I'll keep order while you do your little spiel." 

" The boys " are realizing that this service 



»i by Google 



204 The Parish of The Pines 

is theirs. To " rough house " the meeting is 
to ofEeitd them ; consequently a more peace- 
ful condition has come. To interrupt the 
speaker, because one does not agree with 
him, is of course proper ; and if the animus is 
not too strong, adds to the interest of the 
meeting. Then consummate skill on the 
part of the minister is required to keep the 
meeting in its proper channel. ]im the So- 
cialist, for instance, delighted in arguments. 
The Pilot " looked good to him " ; so he in- 
terrupted the sermon with questions, and 
showed his contempt for religion by unwise 
remarlcs and irritating interjections. 

" Now, my friend," said the Sky Pilot, at 
length, "if you'll wait until I am through, 
I'll see that you have your turn ; but if you 
won't wait, come down and take your chance 
first, for the two of us can't talk at once." 

The smiling remark had the desired eSect. 
Higgins finished in peace, then beckoned 
Jim to take charge. Immediately there was 
an uproar : for Jim the Socialist was too argu- 
mentative for his own good, and the men dis- 
liked him. * 

But Higgins took his part: "You have 
listened to me ; now hear one of your fellow 
workers. I'd like to hear him myselt" 

Jim the Socialist rushed into his speech. 



»i by Google 



The Barriers of Prejudice 205 

leaped over his introductioD and landed in 
the heat ol discourse. Every institutioD un- 
fortunate enough to possess a history was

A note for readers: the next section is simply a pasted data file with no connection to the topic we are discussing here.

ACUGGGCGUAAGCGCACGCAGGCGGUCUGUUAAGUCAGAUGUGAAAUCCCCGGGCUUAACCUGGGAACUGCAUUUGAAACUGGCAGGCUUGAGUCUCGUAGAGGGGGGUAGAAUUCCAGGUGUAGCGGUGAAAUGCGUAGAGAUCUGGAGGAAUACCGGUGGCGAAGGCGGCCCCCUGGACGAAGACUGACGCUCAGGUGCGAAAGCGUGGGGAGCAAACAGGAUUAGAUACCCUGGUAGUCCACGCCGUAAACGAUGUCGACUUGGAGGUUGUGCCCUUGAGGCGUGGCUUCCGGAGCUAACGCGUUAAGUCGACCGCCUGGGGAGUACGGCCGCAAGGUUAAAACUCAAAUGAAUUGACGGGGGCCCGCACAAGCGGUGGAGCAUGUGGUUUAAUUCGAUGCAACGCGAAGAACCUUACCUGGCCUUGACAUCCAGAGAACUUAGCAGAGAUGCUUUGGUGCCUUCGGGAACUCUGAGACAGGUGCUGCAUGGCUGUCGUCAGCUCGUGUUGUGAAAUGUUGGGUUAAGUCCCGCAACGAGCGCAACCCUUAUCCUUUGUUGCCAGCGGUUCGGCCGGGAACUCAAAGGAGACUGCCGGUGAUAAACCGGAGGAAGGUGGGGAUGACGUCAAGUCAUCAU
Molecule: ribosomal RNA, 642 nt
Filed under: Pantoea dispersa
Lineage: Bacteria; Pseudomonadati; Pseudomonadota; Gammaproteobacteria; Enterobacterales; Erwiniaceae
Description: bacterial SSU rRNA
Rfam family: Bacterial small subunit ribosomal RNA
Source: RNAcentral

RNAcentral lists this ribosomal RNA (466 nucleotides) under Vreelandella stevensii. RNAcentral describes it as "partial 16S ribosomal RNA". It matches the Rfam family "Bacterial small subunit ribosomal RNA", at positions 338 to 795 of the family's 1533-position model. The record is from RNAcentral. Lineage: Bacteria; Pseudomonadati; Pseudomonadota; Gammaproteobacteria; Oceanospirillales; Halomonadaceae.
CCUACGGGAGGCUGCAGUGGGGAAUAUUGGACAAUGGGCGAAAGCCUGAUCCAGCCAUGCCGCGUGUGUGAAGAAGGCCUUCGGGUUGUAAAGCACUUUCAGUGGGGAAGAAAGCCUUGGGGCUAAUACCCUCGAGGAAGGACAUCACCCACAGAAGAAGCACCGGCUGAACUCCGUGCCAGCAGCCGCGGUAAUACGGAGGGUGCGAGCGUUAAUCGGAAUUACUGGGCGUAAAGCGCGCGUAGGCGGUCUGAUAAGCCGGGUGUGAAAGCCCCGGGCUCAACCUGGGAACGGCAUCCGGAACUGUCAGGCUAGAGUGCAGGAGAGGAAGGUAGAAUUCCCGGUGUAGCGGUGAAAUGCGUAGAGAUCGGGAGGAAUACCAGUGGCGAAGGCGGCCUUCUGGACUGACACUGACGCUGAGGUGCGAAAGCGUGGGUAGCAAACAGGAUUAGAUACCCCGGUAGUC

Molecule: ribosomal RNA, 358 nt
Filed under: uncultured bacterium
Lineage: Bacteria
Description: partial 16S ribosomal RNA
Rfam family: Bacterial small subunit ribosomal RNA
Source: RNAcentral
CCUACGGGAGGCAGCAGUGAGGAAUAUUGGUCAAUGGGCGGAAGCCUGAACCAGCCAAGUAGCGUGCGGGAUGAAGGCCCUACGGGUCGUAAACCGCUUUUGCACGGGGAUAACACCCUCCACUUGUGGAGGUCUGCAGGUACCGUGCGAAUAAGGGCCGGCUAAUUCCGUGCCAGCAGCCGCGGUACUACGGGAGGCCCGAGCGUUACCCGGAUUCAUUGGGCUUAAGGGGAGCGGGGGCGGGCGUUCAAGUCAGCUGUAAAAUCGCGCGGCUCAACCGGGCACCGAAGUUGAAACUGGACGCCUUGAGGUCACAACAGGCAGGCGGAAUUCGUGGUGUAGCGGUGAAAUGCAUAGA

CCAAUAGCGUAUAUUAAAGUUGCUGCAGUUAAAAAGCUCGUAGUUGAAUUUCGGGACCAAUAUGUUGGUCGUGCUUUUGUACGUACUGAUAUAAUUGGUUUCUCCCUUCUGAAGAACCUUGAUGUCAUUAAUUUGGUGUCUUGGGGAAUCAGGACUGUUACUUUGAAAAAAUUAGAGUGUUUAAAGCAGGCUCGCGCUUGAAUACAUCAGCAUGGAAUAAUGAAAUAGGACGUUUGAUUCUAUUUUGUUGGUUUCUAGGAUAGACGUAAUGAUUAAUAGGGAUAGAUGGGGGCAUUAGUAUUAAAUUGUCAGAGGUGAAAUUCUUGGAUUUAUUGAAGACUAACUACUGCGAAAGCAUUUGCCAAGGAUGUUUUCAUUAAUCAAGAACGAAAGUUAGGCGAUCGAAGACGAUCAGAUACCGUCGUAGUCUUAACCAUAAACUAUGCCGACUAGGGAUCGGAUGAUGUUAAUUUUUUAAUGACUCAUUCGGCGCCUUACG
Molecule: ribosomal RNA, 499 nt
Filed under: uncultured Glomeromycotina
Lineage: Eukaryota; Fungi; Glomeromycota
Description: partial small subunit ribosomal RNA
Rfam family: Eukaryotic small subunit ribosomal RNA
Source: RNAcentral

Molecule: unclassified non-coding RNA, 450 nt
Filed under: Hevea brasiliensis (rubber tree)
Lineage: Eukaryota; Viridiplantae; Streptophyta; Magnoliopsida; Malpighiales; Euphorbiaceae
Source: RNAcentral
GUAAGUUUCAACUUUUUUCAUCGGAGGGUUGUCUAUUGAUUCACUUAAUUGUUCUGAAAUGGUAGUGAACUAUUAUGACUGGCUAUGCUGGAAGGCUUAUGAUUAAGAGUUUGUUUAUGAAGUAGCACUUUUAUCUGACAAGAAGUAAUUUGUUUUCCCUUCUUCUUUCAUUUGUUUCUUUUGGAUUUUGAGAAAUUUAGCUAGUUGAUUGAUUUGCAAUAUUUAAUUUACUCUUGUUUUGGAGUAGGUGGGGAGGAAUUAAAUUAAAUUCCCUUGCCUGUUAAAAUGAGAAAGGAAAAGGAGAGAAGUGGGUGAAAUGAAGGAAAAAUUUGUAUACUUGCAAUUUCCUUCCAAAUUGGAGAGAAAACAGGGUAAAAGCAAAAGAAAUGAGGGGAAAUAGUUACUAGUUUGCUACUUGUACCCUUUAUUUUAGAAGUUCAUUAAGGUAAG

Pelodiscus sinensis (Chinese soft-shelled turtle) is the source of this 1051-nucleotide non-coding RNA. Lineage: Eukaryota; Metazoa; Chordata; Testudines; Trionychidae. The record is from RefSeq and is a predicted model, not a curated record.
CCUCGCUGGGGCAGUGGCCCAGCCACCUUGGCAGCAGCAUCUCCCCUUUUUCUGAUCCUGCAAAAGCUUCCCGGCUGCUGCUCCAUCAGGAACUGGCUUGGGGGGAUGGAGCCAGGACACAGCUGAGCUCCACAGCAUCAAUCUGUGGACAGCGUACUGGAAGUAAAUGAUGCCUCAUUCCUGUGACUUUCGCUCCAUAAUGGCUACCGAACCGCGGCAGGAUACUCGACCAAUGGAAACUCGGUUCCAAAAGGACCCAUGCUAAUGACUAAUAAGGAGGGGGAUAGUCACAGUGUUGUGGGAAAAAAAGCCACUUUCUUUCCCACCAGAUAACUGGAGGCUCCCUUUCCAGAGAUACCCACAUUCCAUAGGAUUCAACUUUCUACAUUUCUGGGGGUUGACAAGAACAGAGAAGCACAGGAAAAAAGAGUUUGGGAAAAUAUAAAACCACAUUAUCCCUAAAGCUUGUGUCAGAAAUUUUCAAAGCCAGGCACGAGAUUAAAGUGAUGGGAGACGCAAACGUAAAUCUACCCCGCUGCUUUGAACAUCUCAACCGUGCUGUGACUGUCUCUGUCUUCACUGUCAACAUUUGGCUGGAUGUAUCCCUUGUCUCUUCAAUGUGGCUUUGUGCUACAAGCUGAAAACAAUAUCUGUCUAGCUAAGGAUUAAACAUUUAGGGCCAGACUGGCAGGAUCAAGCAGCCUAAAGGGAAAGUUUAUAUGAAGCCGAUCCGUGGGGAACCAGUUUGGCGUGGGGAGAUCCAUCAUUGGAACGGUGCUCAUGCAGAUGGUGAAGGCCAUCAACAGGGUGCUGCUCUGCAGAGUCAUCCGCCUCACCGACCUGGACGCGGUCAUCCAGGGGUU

unsparingly condemned ; all charities reeked 
with vicious motives ; each philanthropy wore 
a masquerade and the church, religion and 
ministers were the disguised instruments of 
iheir political boss, the devil. Jim felt so 
cock-sure of his embellished facts and logic 
that he diallenged any minister to answer the 
argument None of die ministers forty miles 
away took up the challenge ; so Higgins 
came to thar defense. 

" If you will answer honestly three ques- 
tions, I will honestly try to answer any ques- 
tions you wish to ask me," said Higgins, 
stepping to the centre of the floor. 

Calls came from all parts of the room : 

" Thafs fair." 

" Let her go ; we're the jury." 

" Now we're loggin' on good ice." 

Higg^Ds began : " Do you know the prin- 
ciples of the Christian religion?" 

"No; and I don't care to know 'em," 
replied Jim contemptuously. 

"Then," said Higgins, "you are hardly 
capable of passing criticism on the religion of 
Jesus Christ. Again, are you acquainted 
with the work the churches are trying to 



»i by Google 



2o6 The Parish of The Pines 

accomplish and are accomplishing in the 
world ? If so, tell us about iL" 

The Socialist made a few incoherent re- 
marks, and waited for the next question, 
hoping it would require an easier answer. 

" Now here's the last question," said the 
missionary. "Answer it honestly. How 
many ministers are you personally ac- 
quainted with ? " 

" I don't know any but you," admitted the 
man. 

"Then jrou have to judge the ministry by 
me ; and iiaven't I always toted square widi 
you boys ? Answer up, anybody I " 

The answer was a loud afSrmative. 

" I'm the only part of the church you know, 
Jim. Am I not trying to make you bettsx 
men?" 

" The Ijoys " did not wait for Jim's answer. 
A hearty "yea" came from every comer. 

"I teach the principles of Christianity," 
continued Higgins ; " and if you follow these 
principles won't you be cleaner, more decent 
citizens ? What do you say, boys ? Are the 
ministers and Christianity helping the work- 
ing men ? You're the jury." 

The cheer that greeted the question was a 
roar of agreement. Out of the silence follow- 
ing came the voice of a top bunker : 



»i by Google 



The Barriers of Prejudice 207 

" Acquitted t Jim the Socialist pays the 
costs and is soaked ten days on the rock pile."